Local Body Tissue Effects on Blood Pressure

Because the oxygen and waste removal requirements of the muscle cells change in response to exercise, local body tissues (blood vessels that serve muscle cells) possess an intrinsic capability to regulate local blood flow.

Through a process known as autoregulation, local blood vessels dilate or constrict in response to the prevailing blood pressure at that site in the vascular bed and the metabolic needs of the local cells to assure that appropriate blood flow is maintained.

In this regard local factors in one part of the circulatory system can maintain blood flow under conditions of heightened blood pressure, while appropriate blood flow can be maintained in other parts of the circulatory system under conditions of reduced blood pressure.

What this suggests is that although blood flow is affected by signals from the nervous and neuroendocrine systems, blood flow also can be regulated locally in the absence of these influences.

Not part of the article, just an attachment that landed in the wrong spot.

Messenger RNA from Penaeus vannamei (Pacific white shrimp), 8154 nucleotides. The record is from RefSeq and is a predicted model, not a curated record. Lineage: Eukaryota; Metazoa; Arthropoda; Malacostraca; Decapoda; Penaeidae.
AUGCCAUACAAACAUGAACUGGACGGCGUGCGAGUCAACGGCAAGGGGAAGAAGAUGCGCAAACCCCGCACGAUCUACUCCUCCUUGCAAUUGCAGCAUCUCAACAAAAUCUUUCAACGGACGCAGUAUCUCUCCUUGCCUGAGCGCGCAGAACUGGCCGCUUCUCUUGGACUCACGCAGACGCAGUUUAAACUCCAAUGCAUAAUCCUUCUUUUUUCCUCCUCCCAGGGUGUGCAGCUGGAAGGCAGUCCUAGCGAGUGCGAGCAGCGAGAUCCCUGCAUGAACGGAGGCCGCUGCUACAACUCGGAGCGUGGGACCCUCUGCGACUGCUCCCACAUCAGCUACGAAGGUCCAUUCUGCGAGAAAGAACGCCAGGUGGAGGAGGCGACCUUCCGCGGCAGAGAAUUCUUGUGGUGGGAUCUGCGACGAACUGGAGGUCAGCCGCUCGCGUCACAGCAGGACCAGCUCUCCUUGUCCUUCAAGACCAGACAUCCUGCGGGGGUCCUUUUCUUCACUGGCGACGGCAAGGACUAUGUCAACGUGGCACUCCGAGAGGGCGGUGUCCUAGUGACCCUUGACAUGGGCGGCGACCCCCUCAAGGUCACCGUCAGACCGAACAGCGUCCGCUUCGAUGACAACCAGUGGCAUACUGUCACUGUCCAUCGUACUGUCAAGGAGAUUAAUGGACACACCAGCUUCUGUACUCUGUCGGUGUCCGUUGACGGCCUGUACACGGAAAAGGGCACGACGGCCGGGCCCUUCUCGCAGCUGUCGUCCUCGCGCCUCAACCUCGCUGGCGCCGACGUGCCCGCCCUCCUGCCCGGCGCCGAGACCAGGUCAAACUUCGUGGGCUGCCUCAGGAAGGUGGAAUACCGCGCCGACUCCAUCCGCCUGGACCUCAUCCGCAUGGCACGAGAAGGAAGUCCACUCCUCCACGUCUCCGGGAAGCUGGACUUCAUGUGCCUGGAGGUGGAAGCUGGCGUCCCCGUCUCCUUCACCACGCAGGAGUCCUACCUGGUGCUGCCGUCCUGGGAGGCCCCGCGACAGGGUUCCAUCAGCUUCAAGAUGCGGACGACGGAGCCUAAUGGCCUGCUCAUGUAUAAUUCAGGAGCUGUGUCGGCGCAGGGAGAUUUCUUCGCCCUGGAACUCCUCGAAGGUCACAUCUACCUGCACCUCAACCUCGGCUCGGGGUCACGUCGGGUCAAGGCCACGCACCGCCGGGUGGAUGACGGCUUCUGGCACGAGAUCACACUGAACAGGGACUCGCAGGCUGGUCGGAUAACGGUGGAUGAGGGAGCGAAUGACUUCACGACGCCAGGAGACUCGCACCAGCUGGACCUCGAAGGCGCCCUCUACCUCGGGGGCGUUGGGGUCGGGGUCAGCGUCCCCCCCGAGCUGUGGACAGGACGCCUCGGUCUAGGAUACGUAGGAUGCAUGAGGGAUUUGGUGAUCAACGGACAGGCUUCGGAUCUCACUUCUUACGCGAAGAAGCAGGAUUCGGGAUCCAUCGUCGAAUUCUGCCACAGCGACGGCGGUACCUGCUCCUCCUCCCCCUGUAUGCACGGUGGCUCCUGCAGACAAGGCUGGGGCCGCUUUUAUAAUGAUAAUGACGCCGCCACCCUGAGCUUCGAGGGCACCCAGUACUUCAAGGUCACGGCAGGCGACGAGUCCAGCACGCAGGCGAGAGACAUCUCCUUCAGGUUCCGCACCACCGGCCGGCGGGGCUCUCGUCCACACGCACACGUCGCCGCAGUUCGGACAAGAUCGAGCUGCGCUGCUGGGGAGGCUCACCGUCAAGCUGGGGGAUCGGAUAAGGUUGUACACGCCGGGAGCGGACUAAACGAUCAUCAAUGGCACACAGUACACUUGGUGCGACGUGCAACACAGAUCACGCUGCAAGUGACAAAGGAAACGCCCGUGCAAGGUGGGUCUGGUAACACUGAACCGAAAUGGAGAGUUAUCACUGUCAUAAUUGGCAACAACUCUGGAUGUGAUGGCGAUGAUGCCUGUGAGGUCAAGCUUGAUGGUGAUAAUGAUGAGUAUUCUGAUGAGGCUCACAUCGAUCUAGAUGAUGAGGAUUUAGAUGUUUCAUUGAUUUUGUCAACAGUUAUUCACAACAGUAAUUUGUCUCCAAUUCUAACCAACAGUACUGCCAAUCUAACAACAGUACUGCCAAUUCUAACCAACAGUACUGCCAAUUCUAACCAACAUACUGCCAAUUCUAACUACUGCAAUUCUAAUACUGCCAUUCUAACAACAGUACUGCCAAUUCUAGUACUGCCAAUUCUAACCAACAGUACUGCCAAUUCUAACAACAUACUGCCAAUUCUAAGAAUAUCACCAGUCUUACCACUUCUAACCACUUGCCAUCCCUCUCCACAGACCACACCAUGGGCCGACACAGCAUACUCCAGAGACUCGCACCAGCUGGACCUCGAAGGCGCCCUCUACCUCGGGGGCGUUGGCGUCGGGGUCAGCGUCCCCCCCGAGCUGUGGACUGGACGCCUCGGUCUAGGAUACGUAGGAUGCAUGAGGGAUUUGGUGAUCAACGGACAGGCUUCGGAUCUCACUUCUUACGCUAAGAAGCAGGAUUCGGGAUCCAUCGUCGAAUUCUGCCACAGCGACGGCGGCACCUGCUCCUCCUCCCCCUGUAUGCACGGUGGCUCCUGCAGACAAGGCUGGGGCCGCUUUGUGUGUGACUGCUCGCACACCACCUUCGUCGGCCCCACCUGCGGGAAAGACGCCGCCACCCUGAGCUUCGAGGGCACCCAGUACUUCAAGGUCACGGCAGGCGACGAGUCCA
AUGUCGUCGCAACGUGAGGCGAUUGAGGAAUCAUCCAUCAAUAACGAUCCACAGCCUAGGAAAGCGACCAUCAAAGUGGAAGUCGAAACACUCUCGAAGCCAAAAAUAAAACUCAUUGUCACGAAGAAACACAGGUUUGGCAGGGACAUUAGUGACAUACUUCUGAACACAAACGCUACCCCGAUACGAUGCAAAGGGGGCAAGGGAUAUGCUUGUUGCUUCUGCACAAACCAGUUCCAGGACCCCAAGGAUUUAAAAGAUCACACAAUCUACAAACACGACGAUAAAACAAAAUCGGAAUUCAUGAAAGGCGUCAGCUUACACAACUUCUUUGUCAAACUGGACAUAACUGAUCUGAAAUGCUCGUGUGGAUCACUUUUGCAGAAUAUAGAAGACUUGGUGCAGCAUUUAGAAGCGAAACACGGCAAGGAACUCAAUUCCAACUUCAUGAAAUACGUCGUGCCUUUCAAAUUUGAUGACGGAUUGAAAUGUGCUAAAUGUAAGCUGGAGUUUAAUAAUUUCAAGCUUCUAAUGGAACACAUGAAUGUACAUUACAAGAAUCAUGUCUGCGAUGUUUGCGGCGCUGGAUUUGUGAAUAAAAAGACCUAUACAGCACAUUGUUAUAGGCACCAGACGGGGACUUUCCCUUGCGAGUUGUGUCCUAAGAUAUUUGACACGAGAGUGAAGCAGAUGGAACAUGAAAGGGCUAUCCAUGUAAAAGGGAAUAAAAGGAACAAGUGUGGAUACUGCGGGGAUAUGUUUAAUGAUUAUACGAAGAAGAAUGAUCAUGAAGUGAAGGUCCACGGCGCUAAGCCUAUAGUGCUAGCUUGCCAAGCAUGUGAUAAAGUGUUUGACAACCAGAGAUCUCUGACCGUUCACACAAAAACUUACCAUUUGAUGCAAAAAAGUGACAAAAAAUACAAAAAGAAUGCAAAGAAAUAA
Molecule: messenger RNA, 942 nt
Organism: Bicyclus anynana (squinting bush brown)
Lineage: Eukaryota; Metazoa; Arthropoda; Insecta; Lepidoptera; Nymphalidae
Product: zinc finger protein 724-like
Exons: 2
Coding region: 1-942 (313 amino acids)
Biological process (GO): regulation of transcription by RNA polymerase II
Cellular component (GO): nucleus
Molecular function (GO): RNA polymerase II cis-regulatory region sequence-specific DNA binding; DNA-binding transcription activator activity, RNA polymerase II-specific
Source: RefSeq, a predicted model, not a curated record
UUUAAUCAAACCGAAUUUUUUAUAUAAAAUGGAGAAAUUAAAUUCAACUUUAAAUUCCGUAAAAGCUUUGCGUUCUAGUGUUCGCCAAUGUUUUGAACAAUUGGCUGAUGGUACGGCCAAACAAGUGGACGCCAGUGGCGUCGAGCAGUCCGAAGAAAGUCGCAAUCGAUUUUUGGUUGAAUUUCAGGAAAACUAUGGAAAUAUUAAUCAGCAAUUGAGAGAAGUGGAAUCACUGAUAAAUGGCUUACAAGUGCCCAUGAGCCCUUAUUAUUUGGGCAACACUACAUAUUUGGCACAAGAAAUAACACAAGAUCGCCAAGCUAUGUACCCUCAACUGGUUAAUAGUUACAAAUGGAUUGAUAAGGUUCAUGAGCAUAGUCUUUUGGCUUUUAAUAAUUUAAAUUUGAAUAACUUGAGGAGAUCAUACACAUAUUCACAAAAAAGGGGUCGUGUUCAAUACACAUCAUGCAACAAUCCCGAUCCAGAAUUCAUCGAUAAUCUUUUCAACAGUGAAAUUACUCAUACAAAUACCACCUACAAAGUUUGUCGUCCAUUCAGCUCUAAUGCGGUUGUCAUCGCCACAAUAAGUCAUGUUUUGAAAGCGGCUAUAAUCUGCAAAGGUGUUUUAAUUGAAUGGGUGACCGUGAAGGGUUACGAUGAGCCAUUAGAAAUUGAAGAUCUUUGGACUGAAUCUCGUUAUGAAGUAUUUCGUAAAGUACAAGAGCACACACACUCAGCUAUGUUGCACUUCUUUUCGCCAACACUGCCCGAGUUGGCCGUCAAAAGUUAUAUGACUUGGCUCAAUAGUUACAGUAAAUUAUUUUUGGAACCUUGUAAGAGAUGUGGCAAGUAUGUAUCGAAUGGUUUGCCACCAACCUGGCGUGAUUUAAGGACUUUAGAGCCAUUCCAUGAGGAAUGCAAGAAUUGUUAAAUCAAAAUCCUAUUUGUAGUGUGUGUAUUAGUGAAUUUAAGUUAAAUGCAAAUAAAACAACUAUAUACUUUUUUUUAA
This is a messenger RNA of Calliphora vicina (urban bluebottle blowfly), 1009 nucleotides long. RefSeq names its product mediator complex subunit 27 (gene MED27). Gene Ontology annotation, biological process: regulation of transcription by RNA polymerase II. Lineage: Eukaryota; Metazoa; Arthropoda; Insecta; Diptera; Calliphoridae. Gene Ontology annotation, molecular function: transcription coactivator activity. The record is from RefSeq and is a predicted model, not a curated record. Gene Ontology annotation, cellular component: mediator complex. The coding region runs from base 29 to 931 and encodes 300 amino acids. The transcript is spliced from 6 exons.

Under conditions of exercise or physical exertion, blood flow increases to the striate muscles due to the increased metabolic demand of those tissues. In recent years, increased attention has been paid to the identification of the mechanisms involved in the local regulation of blood flow.

Nitric oxide, for example, has been isolated as a ‘relaxing’ factor that operates as a vasodilator released by local blood vessels in the circulatory system based upon the prevailing blood pressure at those sites.

As pressure increases are detected in local blood vessels, nitric oxide is released, causing the vessel to dilate and lower blood pressure. This action presumably explains how diastolic blood pressure remains relatively unaffected during cardiovascular activation that accompanies bouts of exercise.

Unfortunately, circulating proteins, like C-reactive protein, that increase one’s risk for atherosclerosis, appear to reduce quantities of nitric oxide, preventing adaptive blood pressure regulation at the local level.